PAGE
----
IATA and DHS Agree On Aviation Security Cooperation

“The aviation industry is committed to keeping the global skies safe and secure,” emphasized Giovanni Bisignani, director general and CEO of the International Air Transport Association (IATA), at a recent summit with the U.S. Department of Homeland Security (DHS). “We live in a global world with global connectivity and global threats. The challenge is to protect the benefits of aviation connectivity and eliminate the threats. Governments and industry have the same goals but different expertise. Governments understand the threats and the tools needed to mitigate them. Industry has the operational expertise for effective implementation. Working together is the only way forward.”

The summit was held at IATA’s headquarters in Geneva and included the Secretary General of the International Civil Aviation Organization (ICAO), top executives from 25 airlines as well as participants from the U.S. Government.

Bisignani commended the Obama administration’s willingness to proactively engage industry. “We applaud DHS Secretary Janet Napolitano’s commitment to engage industry and find workable and effective solutions. A single meeting cannot solve all the security challenges we face but it is a major step in the right direction.”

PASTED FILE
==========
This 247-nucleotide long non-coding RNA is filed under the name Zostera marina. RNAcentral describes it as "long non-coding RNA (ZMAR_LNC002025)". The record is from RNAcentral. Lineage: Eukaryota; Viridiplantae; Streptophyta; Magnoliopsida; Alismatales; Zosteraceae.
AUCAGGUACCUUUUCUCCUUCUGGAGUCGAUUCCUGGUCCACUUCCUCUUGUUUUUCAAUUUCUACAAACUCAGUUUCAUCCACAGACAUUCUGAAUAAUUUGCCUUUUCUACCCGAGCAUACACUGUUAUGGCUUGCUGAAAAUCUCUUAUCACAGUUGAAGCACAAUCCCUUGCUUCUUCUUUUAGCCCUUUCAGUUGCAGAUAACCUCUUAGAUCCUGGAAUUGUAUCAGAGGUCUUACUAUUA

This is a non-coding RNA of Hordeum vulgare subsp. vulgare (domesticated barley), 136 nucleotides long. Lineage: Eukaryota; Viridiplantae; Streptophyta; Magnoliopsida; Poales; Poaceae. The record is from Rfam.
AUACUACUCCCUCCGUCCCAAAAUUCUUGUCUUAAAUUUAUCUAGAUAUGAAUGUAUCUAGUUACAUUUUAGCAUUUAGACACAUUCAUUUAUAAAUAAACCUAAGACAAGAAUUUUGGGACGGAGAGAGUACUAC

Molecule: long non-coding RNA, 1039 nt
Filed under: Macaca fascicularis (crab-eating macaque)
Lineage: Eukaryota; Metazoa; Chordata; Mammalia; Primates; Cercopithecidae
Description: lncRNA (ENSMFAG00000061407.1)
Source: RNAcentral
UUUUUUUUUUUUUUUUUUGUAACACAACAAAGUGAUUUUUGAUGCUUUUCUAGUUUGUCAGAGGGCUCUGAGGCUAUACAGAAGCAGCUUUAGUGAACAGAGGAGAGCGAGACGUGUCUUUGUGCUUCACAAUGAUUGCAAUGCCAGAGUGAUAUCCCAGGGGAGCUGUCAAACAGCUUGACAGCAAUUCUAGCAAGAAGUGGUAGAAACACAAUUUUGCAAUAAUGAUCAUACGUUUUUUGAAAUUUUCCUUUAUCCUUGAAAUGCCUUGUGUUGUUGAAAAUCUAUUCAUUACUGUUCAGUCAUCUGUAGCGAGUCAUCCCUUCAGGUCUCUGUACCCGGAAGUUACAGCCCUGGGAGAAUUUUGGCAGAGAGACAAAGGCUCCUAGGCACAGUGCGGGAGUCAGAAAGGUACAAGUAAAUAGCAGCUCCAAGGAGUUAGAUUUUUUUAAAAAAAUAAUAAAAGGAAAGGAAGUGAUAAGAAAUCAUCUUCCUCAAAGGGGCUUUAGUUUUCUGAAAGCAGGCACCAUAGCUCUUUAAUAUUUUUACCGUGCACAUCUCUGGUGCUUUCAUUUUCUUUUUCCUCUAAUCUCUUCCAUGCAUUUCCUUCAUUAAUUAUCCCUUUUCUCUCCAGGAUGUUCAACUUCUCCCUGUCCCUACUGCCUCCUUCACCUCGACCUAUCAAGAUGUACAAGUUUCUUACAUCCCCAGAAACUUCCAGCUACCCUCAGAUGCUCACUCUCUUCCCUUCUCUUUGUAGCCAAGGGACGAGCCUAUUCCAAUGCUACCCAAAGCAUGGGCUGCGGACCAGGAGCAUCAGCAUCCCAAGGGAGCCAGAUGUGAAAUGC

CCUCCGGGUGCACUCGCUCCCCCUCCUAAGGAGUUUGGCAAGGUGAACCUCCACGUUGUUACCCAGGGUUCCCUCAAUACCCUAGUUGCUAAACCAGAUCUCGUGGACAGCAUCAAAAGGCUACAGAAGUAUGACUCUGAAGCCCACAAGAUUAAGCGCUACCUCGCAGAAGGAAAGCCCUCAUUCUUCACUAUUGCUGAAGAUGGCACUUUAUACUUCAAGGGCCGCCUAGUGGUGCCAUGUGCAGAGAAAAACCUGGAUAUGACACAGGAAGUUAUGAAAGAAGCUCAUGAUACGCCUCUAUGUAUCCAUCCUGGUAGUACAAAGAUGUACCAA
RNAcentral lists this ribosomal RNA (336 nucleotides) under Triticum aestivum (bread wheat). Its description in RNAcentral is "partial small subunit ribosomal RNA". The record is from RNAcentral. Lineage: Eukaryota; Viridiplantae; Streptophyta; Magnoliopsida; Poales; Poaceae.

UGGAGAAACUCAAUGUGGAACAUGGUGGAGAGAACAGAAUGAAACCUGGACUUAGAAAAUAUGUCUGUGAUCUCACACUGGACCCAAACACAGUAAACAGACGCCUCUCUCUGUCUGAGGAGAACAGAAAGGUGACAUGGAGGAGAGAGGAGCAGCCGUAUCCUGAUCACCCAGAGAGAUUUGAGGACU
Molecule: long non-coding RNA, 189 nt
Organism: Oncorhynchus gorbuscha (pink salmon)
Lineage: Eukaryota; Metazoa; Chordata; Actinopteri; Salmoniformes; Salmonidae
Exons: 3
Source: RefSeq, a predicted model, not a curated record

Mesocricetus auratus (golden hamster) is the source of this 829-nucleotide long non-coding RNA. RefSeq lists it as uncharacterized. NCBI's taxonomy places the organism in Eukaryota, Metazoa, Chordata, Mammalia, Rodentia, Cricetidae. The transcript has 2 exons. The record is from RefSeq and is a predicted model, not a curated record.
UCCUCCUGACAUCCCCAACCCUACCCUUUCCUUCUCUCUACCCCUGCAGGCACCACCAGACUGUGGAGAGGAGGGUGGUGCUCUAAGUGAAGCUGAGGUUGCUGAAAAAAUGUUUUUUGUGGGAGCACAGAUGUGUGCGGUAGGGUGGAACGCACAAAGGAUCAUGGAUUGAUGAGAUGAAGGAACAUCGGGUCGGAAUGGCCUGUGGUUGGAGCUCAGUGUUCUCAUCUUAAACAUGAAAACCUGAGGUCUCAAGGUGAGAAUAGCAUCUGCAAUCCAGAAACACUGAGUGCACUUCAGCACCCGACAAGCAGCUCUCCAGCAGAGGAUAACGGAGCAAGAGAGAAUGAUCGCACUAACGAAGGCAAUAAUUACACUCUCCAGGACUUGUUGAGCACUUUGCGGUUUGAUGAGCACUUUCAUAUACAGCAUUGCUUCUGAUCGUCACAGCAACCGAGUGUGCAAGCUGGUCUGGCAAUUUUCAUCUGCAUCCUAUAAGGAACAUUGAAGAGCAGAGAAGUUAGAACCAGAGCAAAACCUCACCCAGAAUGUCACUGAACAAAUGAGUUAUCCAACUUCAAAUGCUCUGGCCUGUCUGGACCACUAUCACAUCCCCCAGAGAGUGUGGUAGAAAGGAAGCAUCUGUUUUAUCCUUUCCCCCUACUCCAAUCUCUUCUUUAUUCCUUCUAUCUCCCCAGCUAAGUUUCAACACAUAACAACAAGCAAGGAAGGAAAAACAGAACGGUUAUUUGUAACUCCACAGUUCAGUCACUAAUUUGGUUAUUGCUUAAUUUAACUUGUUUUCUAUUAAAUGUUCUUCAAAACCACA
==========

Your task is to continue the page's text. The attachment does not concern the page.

During the meeting, IATA and its member airlines made several recommendations including:

Institutionalizing government/industry cooperation: This would allow security policies to be written with the benefit of airline operational expertise. IATA encouraged ICAO to create a template for such cooperation to be implemented globally.

Implementation: Recognize that prescriptive, one-size-fits-all regulations with numerical targets will not secure a complex global industry. Governments must work with industry to define practical implementation measures for their security targets.

Passenger data collection: Make passenger data collection and sharing more efficient. IATA urged DHS to break down internal silos to create a single data collection and sharing program that could serve as a model for implementation by other governments.

Harmonization across borders: Governments must talk to each other to ensure that one country’s requirements do not conflict with another country’s laws.

Next generation checkpoint: Along with optimizing the capabilities of current screening technology, the industry must look at future checkpoints that combine technology and intelligence. “We need a checkpoint system that focuses on finding bad people, not just bad objects,” said Bisignani.

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